Mold frequently occurs in toilets due to moisture and debris, so it doesn’t necessarily mean you have diabetes. However, people with diabetes have a higher sugar level in urine because they cannot process glucose.
It’s a perfect environment for mildew and mold.
The glucose-rich fluid serves as a natural ground for black mold. If you want to make sure everything is fine, you should test for diabetes. If you test negative, mold is coming from a different source.
Do You See Black Stuff in Toilet After Flushing?
Sometimes you’ll also notice black stuff in the toilet after flushing. It’s not as common as black mold, but you’ll also want to get rid of it.
The problem usually occurs if you have rusty plumbing pipes. In that case, rust may form black stuff after flushing. Another issue may be that your supply system delivers hard water to the toilet.
Hard water contains calcium and magnesium minerals, so a little bit of dirt can turn mineral deposits into the ugly black stuff in your toilet bowl. But the good thing is that the cleaning process is the same as with black mold.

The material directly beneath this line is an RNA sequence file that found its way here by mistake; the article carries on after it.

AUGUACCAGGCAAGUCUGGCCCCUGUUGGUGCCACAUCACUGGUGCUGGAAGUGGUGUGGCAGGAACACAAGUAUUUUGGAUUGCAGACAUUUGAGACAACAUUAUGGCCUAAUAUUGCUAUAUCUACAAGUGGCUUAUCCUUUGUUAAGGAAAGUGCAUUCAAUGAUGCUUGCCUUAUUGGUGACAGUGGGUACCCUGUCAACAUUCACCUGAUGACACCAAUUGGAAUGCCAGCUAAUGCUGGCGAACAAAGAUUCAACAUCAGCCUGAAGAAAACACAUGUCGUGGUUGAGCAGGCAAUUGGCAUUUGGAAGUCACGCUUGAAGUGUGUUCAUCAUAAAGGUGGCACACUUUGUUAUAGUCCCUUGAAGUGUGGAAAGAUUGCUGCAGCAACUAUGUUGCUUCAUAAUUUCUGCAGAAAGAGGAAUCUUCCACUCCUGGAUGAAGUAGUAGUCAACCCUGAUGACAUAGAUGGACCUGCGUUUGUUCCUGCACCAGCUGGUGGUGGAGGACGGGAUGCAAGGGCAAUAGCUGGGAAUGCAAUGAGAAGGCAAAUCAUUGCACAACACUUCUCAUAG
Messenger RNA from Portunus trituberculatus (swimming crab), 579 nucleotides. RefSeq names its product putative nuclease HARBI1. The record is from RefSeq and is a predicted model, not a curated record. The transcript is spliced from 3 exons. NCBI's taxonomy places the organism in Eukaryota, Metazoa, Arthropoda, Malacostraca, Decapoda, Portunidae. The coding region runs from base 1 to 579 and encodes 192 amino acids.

The Bottom Line
No homeowner wants to see the black mold in the toilet after flushing because it looks ugly and even dangerous. Mold spores and mildew grow quickly in the bathroom, mainly because of debris and dampness.
They are a true nightmare, but you can prevent the black mold from evolving in the first place. Regular cleaning solutions and dehumidifiers keep the toilet moisture-free. Use them for prevention, and your toilet can stay clean for good.
How do you get rid of the black mold in the toilet?
It depends on the position of the black mold, but the only way to get rid of it is to clean the toilet. After that, you can use a few tools and methods to prevent further black mold growth.
What is the black sediment in my toilet bowl?
The black sediment you see in the toilet bowl is mold. The mold problem occurs when the water stagnates for too long — debris, mineral deposits, and other particles accumulate and grow in a moisturized environment.